Your working environment definitely includes your own state of mind and physical well-being. Both have a significant influence on your learning and production ability. Because of this, it is not only important to be aware of your own condition and work preferences, but to actually try to create conditions that help you in these areas. One approach is to set aside a specific time to do certain kinds of work. You might find that you concentrate better after you have eaten a meal. If that is the case, make it a habit of doing homework every night after dinner. Or you might enjoy reading more after you are ready for bed, so you do your reading assignments just before you go to sleep at night. Some people find that they are more creative during a certain time of the day or that they are more comfortable writing with subtle lighting. It is worth taking the time to find the conditions that work best for you so that you can take advantage of them.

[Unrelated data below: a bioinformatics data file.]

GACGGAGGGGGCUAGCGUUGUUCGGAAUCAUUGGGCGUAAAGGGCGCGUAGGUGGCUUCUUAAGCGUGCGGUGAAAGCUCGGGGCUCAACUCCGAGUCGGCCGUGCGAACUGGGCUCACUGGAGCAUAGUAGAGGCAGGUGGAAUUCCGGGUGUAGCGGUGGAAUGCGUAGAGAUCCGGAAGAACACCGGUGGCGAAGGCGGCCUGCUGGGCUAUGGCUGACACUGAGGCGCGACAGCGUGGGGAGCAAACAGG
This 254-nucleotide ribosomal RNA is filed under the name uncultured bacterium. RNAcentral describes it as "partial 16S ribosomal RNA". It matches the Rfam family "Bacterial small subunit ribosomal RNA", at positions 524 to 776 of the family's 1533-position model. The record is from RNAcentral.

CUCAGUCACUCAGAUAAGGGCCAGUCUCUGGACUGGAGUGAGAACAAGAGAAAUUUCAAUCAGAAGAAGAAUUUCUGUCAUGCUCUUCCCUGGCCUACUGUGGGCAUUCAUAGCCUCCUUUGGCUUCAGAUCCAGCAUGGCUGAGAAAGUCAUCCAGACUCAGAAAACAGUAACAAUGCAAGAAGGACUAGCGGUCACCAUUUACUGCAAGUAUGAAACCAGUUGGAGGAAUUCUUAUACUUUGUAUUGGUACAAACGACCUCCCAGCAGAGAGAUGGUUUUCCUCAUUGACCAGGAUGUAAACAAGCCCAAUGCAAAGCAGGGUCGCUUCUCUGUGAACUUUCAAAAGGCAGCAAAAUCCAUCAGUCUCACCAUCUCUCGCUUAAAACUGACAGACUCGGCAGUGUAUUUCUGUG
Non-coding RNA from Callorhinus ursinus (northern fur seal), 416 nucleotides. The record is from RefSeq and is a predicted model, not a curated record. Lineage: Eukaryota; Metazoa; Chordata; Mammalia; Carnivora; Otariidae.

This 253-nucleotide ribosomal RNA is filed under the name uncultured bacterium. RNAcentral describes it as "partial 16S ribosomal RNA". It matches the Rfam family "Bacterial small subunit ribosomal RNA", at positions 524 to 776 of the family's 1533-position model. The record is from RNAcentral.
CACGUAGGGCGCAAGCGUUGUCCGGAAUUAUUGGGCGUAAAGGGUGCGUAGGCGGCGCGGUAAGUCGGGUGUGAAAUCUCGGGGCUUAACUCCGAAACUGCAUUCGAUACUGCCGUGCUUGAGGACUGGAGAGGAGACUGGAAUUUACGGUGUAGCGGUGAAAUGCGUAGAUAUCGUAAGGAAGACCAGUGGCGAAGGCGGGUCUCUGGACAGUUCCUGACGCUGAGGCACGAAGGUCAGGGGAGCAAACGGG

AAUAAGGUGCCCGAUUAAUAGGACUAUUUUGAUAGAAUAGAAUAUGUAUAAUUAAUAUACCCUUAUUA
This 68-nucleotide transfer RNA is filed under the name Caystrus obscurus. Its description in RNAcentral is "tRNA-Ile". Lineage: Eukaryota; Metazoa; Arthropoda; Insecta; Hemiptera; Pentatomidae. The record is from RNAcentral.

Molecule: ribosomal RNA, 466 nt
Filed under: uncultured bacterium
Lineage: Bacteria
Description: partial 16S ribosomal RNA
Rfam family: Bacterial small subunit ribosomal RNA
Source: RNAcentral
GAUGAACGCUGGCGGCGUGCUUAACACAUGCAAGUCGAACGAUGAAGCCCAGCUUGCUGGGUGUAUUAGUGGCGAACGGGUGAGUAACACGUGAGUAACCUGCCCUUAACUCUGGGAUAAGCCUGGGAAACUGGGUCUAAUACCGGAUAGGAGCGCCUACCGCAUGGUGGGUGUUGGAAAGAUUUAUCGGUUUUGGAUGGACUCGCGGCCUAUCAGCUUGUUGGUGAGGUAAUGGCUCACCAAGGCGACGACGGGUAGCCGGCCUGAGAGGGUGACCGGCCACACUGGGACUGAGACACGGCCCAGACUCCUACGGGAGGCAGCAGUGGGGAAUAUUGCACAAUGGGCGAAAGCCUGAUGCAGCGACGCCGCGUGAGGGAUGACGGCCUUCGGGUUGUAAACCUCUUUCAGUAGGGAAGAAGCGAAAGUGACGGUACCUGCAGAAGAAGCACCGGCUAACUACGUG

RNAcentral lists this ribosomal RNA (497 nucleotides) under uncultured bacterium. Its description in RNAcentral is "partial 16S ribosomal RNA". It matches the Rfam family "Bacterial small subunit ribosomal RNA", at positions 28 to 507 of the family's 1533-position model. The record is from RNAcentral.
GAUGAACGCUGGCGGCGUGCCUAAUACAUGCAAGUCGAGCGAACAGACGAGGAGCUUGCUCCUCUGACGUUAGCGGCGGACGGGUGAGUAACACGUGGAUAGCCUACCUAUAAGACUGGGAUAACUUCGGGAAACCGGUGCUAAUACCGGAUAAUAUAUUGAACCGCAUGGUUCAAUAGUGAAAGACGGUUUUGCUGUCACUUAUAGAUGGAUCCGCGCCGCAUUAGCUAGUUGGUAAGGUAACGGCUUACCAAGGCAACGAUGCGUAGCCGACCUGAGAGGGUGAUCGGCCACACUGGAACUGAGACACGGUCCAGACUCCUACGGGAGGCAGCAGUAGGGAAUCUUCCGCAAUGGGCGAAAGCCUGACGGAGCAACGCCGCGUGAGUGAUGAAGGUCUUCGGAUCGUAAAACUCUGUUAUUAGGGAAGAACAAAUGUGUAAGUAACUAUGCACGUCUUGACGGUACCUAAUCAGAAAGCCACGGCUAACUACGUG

Student Survey on Work Environment

Analysis: Take the time to think about where you will do your work and when. What can you do to help ensure your working environment will be helpful rather than harmful? What do you know doesn’t work for you? What will you do to prevent those adverse conditions from creeping into your work environment?

Below is a quick survey to help you determine your own preferences in regard to your work space, the time you work, and distractions. Rank each option: 1–4, 1 meaning “least like me” and 4 meaning “most like me.”

  • I like my workspace to be organized and clean.
  • There are certain places where I am more comfortable when I work.
  • I prefer to be alone when I work on certain things.
  • I find it difficult to read with other sounds or voices around me.
  • There are certain times of the day when I can be more focused.
  • My moods or emotions can interfere with my ability to concentrate


  • 4